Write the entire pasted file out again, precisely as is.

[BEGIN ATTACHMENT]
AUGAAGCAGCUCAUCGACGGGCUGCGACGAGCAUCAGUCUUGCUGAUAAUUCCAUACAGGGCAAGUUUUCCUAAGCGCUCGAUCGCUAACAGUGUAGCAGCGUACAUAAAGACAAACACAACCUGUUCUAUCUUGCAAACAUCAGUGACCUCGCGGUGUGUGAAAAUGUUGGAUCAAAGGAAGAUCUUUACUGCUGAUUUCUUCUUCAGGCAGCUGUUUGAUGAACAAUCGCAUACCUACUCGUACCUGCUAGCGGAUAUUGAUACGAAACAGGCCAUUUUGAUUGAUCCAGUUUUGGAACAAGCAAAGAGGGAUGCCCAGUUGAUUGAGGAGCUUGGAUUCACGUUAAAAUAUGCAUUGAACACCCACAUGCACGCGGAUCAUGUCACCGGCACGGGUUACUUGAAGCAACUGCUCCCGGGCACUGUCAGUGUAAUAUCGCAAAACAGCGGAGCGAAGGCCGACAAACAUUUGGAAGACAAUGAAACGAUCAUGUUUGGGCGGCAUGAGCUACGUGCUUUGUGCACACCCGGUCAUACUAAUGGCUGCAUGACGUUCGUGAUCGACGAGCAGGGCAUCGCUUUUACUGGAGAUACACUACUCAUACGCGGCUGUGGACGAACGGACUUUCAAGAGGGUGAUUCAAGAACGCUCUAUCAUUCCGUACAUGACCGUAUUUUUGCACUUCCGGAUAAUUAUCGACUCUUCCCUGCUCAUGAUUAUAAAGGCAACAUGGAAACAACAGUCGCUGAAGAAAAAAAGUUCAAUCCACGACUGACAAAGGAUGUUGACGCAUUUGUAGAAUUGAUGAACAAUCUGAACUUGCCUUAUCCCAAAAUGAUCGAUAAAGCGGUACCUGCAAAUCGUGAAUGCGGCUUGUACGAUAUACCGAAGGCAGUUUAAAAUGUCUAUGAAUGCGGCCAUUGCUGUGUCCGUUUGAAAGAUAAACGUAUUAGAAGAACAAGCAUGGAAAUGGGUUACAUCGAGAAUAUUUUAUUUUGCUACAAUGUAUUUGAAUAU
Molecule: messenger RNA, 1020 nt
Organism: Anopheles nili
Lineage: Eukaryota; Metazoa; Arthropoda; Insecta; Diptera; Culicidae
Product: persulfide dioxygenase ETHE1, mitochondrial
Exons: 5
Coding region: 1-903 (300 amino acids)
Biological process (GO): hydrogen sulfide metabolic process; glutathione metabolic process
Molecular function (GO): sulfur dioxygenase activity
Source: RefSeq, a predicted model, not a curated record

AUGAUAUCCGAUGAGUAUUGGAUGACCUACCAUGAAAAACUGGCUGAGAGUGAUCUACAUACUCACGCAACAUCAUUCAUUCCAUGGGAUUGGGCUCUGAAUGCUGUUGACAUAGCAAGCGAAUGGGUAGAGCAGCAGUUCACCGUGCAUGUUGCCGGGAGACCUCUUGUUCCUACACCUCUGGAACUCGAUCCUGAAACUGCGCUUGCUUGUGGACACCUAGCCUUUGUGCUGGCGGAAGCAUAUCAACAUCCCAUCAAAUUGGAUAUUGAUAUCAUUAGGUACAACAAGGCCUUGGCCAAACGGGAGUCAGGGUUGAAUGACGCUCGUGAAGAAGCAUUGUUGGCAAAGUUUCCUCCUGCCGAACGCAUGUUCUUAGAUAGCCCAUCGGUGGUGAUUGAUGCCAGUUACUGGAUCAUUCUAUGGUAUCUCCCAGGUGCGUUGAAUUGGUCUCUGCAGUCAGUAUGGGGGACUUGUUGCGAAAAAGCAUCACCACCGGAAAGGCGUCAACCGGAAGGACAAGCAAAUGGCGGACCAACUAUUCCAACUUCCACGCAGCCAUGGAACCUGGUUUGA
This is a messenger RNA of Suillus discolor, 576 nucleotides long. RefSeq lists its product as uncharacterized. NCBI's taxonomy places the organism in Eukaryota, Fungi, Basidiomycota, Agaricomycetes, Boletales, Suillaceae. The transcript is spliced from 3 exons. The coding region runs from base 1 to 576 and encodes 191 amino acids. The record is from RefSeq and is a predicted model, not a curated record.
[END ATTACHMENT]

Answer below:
AUGAAGCAGCUCAUCGACGGGCUGCGACGAGCAUCAGUCUUGCUGAUAAUUCCAUACAGGGCAAGUUUUCCUAAGCGCUCGAUCGCUAACAGUGUAGCAGCGUACAUAAAGACAAACACAACCUGUUCUAUCUUGCAAACAUCAGUGACCUCGCGGUGUGUGAAAAUGUUGGAUCAAAGGAAGAUCUUUACUGCUGAUUUCUUCUUCAGGCAGCUGUUUGAUGAACAAUCGCAUACCUACUCGUACCUGCUAGCGGAUAUUGAUACGAAACAGGCCAUUUUGAUUGAUCCAGUUUUGGAACAAGCAAAGAGGGAUGCCCAGUUGAUUGAGGAGCUUGGAUUCACGUUAAAAUAUGCAUUGAACACCCACAUGCACGCGGAUCAUGUCACCGGCACGGGUUACUUGAAGCAACUGCUCCCGGGCACUGUCAGUGUAAUAUCGCAAAACAGCGGAGCGAAGGCCGACAAACAUUUGGAAGACAAUGAAACGAUCAUGUUUGGGCGGCAUGAGCUACGUGCUUUGUGCACACCCGGUCAUACUAAUGGCUGCAUGACGUUCGUGAUCGACGAGCAGGGCAUCGCUUUUACUGGAGAUACACUACUCAUACGCGGCUGUGGACGAACGGACUUUCAAGAGGGUGAUUCAAGAACGCUCUAUCAUUCCGUACAUGACCGUAUUUUUGCACUUCCGGAUAAUUAUCGACUCUUCCCUGCUCAUGAUUAUAAAGGCAACAUGGAAACAACAGUCGCUGAAGAAAAAAAGUUCAAUCCACGACUGACAAAGGAUGUUGACGCAUUUGUAGAAUUGAUGAACAAUCUGAACUUGCCUUAUCCCAAAAUGAUCGAUAAAGCGGUACCUGCAAAUCGUGAAUGCGGCUUGUACGAUAUACCGAAGGCAGUUUAAAAUGUCUAUGAAUGCGGCCAUUGCUGUGUCCGUUUGAAAGAUAAACGUAUUAGAAGAACAAGCAUGGAAAUGGGUUACAUCGAGAAUAUUUUAUUUUGCUACAAUGUAUUUGAAUAU
Molecule: messenger RNA, 1020 nt
Organism: Anopheles nili
Lineage: Eukaryota; Metazoa; Arthropoda; Insecta; Diptera; Culicidae
Product: persulfide dioxygenase ETHE1, mitochondrial
Exons: 5
Coding region: 1-903 (300 amino acids)
Biological process (GO): hydrogen sulfide metabolic process; glutathione metabolic process
Molecular function (GO): sulfur dioxygenase activity
Source: RefSeq, a predicted model, not a curated record

AUGAUAUCCGAUGAGUAUUGGAUGACCUACCAUGAAAAACUGGCUGAGAGUGAUCUACAUACUCACGCAACAUCAUUCAUUCCAUGGGAUUGGGCUCUGAAUGCUGUUGACAUAGCAAGCGAAUGGGUAGAGCAGCAGUUCACCGUGCAUGUUGCCGGGAGACCUCUUGUUCCUACACCUCUGGAACUCGAUCCUGAAACUGCGCUUGCUUGUGGACACCUAGCCUUUGUGCUGGCGGAAGCAUAUCAACAUCCCAUCAAAUUGGAUAUUGAUAUCAUUAGGUACAACAAGGCCUUGGCCAAACGGGAGUCAGGGUUGAAUGACGCUCGUGAAGAAGCAUUGUUGGCAAAGUUUCCUCCUGCCGAACGCAUGUUCUUAGAUAGCCCAUCGGUGGUGAUUGAUGCCAGUUACUGGAUCAUUCUAUGGUAUCUCCCAGGUGCGUUGAAUUGGUCUCUGCAGUCAGUAUGGGGGACUUGUUGCGAAAAAGCAUCACCACCGGAAAGGCGUCAACCGGAAGGACAAGCAAAUGGCGGACCAACUAUUCCAACUUCCACGCAGCCAUGGAACCUGGUUUGA
This is a messenger RNA of Suillus discolor, 576 nucleotides long. RefSeq lists its product as uncharacterized. NCBI's taxonomy places the organism in Eukaryota, Fungi, Basidiomycota, Agaricomycetes, Boletales, Suillaceae. The transcript is spliced from 3 exons. The coding region runs from base 1 to 576 and encodes 191 amino acids. The record is from RefSeq and is a predicted model, not a curated record.